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DSST boosts long-term growth goal to 22 schools by 2021

Freshmen at DSST Cole High School in Dexter Korto's morning advisory class look to the back of the class where English standards are posted.
Freshmen at DSST Cole High School in Dexter Korto's morning advisory class look to the back of the class where English standards are posted.
Nicholas Garcia

DSST Public Schools is hoping to add eight additional new charter schools—four middle and four high schools—to its already-growing network in Denver by 2021.

The charter network submitted eight letters of intent to Denver Public Schools last week proposing plans to open two schools per year in 2017, 2018, 2020, and 2021.

DSST is already in expansion mode. The network currently has nine schools and has been approved to run five more.

The new expansion, if approved, would bring DSST’s total number of schools to 22. That would make DSST the largest charter network in Denver and in Colorado.

Altogether, DPS received 18 letters of intent this year, including the eight from DSST. The letters indicate interest in creating new schools to open in 2016 or later. This year, five are proposed district programs. The remaining 13 are from charter schools.

The letters of intent are non-binding, but give an indication of which schools are likely to submit full charter proposals later in the spring. Final proposals are due on March 20, and district officials will recommend which schools should open by early June.

DSST plans

Under its already-approved plans, DSST is projected to enroll 6,500 students by 2020-21. If the new letters of intent are followed up by proposals, and if those proposals are approved, DSST would enroll about 10,000 students by 2024-25.

That represents a significant chunk of DPS’s secondary school students: The district currently enrolls just over 40,000 students in grades 6-12, which means that if enrollment were to stay constant, DSST would be educating roughly a quarter of all DPS secondary school students by a decade from now.

Bill Kurtz, the director of the network, said DSST’s plan to expand is a response to DPS officials’ Denver Plan, a five-year strategic plan that aims to have 80 percent of all students attending high-performing schools.

“We’ve heard the call, and we think people should be taking this call seriously. Just 33 percent of students in the 6-12 student population are going to high-performing schools,” Kurtz said.

He said submitting plans several years in advance allows both the school and district to plan ahead.

DSST has a strong academic track record. Five of its schools were among the top ten public schools in Denver, according to DPS’s school performance framework in 2013-14. The network has also focused on closing achievement gaps between low- and higher-income students, with some success. Last year, low-income sophomores at its high schools outperformed higher-income peers on some state tests.

But expansion presents challenges. STRIVE Preparatory’s network of charter schools, for instance, saw test scores drop this past year after a period of rapid growth. DSST is already working to address teacher turnover at its schools.

Kurtz said the network is working on improving “quality as well as quantity.”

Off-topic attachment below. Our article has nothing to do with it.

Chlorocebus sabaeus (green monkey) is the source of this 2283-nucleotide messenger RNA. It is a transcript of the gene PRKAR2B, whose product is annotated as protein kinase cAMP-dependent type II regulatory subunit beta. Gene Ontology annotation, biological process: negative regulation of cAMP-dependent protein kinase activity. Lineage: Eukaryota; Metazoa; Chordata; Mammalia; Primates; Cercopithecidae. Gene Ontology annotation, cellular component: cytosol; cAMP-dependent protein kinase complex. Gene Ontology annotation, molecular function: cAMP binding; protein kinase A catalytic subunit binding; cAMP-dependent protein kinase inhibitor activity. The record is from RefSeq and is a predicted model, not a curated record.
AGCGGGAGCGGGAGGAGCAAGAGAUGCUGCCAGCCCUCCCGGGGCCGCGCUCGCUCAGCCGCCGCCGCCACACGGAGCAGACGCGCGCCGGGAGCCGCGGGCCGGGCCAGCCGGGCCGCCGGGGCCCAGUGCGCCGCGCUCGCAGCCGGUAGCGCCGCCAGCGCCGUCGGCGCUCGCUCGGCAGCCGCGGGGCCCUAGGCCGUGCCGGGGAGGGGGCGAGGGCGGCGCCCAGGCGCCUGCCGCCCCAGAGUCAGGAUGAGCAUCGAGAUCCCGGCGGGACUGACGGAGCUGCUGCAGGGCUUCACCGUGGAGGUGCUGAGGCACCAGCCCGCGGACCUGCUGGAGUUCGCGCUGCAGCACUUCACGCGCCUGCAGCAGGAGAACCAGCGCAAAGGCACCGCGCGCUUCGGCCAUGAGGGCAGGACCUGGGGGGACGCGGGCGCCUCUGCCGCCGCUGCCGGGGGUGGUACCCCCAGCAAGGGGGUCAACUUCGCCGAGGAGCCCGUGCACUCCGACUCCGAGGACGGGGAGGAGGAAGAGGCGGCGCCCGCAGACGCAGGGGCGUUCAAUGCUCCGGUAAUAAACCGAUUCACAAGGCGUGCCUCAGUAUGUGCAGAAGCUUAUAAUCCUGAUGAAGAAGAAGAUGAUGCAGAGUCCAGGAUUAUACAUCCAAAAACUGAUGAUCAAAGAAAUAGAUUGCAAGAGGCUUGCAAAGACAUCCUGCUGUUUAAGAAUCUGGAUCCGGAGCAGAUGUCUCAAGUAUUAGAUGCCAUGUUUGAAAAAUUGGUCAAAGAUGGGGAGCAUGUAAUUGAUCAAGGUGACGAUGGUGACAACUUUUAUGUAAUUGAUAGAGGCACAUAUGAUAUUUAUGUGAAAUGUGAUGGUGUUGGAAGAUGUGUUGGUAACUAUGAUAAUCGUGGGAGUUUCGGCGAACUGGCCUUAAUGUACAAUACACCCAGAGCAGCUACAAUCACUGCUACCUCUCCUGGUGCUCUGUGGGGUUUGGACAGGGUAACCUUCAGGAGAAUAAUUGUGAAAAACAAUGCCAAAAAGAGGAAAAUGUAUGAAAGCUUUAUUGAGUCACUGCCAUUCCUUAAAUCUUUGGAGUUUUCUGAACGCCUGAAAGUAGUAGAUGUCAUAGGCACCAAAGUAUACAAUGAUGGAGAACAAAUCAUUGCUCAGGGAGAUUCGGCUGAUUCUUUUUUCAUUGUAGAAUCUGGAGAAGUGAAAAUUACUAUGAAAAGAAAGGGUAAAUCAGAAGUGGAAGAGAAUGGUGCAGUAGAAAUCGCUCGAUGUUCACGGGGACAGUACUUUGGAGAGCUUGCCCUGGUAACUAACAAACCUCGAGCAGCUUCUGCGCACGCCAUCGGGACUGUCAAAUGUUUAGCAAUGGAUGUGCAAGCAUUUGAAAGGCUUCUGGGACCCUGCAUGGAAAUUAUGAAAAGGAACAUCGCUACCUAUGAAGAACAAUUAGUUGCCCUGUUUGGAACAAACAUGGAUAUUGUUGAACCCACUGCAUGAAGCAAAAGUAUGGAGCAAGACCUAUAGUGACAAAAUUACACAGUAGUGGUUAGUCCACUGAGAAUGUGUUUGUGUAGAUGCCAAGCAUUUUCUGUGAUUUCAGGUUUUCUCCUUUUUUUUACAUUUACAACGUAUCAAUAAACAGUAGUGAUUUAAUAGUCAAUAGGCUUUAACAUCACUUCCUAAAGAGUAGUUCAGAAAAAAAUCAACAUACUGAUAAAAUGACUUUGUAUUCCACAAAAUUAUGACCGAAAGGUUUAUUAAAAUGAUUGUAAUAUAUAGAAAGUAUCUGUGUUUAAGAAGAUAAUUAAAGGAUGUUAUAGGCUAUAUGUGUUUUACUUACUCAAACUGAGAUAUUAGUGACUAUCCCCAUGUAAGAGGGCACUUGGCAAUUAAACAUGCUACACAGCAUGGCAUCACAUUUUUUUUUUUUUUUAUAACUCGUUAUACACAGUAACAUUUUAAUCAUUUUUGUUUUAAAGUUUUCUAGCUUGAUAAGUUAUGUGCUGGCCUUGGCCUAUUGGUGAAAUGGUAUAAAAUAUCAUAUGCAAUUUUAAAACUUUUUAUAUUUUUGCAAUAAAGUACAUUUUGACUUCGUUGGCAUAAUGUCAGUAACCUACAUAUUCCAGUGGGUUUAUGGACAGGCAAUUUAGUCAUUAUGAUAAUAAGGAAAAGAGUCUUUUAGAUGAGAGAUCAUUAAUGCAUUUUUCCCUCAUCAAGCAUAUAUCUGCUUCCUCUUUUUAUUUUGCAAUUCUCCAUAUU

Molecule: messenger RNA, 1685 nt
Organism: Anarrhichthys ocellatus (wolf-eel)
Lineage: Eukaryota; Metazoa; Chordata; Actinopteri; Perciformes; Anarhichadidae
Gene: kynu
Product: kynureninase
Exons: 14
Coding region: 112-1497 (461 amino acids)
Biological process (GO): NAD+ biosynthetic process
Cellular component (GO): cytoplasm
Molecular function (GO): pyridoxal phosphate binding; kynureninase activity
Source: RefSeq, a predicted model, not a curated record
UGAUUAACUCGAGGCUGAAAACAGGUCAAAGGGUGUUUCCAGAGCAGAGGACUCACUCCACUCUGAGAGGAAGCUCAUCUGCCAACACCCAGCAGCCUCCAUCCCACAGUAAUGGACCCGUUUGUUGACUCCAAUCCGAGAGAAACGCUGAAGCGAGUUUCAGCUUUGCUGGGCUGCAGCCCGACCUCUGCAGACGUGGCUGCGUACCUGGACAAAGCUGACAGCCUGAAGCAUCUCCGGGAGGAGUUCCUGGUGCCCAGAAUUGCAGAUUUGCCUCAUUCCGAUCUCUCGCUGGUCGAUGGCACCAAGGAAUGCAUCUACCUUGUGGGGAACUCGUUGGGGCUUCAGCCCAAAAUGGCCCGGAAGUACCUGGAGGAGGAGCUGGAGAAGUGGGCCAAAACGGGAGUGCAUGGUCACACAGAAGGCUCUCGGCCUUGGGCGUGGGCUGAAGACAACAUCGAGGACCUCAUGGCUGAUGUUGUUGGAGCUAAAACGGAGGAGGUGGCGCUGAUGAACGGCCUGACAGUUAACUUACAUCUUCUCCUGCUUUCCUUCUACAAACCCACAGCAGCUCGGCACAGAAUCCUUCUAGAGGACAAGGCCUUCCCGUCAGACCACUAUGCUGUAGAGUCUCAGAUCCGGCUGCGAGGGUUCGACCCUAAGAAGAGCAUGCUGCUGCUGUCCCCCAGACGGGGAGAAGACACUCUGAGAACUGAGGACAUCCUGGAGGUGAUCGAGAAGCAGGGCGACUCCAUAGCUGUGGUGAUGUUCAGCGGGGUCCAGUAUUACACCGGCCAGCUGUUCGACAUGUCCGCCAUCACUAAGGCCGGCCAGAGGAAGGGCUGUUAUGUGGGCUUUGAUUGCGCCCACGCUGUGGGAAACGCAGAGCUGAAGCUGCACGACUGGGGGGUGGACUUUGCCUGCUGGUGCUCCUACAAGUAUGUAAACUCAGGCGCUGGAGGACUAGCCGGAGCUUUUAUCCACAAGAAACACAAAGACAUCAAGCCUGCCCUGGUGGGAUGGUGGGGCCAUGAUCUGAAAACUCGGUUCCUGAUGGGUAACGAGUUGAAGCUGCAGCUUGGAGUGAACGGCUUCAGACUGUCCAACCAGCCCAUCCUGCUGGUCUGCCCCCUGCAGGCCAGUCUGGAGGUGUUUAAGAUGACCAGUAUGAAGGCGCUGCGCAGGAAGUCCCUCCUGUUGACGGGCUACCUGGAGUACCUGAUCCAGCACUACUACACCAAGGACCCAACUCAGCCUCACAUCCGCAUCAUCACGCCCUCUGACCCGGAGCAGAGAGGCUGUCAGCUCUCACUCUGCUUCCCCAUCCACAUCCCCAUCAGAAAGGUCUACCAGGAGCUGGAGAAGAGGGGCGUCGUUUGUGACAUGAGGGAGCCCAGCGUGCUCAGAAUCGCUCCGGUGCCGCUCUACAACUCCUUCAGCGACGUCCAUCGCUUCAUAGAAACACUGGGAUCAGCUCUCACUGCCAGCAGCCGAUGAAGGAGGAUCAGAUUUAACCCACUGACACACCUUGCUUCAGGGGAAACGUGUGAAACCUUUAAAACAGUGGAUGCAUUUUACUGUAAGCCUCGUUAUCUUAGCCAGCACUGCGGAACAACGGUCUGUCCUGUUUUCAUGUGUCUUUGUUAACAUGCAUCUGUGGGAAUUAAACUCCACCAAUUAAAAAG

“That’s part of the reason why we’re not trying to open a lot of schools next year,” he said. “It’s trying to be planful.”

While some charter networks that have started as local schools have expanded to other cities—think of YES Prep or KIPP—Kurtz said DSST’s focus is currently on growing in Denver.

Other plans

The batch of letters of intent submitted last week also includes a mix of school program styles and several brand-new charters.

The five district-run programs are: Denver Dual Language Academy, an ECE-8 that would be located in the near northeast; Public Service Academy, a high school focused on service professions; and three middle schools with special focuses, including an expansion of McAuliffe International School in the near northeast.

As anticipated, University Prep, which currently runs a K-4 school in northeast Denver, submitted a letter of intent for a 360-student K-5 school in the home of the current Pioneer Charter School starting in 2016-17.

The district also received one letter of intent for a new school in Southwest Denver, two to open elementary schools in the near northeast part of the city, and two to open mixed-grade schools also in the near northeast.

The Downtown Denver Expeditionary Middle School submitted a letter of intent to open a school in Central Denver.

Most of the school proposals responded to needs outlined in DPS’s Call for Quality Schools.

Just where all of these programs will go has yet to be determined. The DPS board approved a new facilities placement policy last week that guides which schools will get access to district facilities at a time when building prices in the city have soared and the district’s existing facilities are filling up.

Board member Arturo Jimenez was the sole vote against the policy, which he said “is actually codifying DPS’s role in opening up district facilities to more corporate, privately-run-with-public money charters.”

Kurtz said that DSST had not located facilities for its proposed new schools.

See the full list of school proposals here.

According to DPS, the district has opened 59 new schools since 2008 and has 23 more already approved to open.

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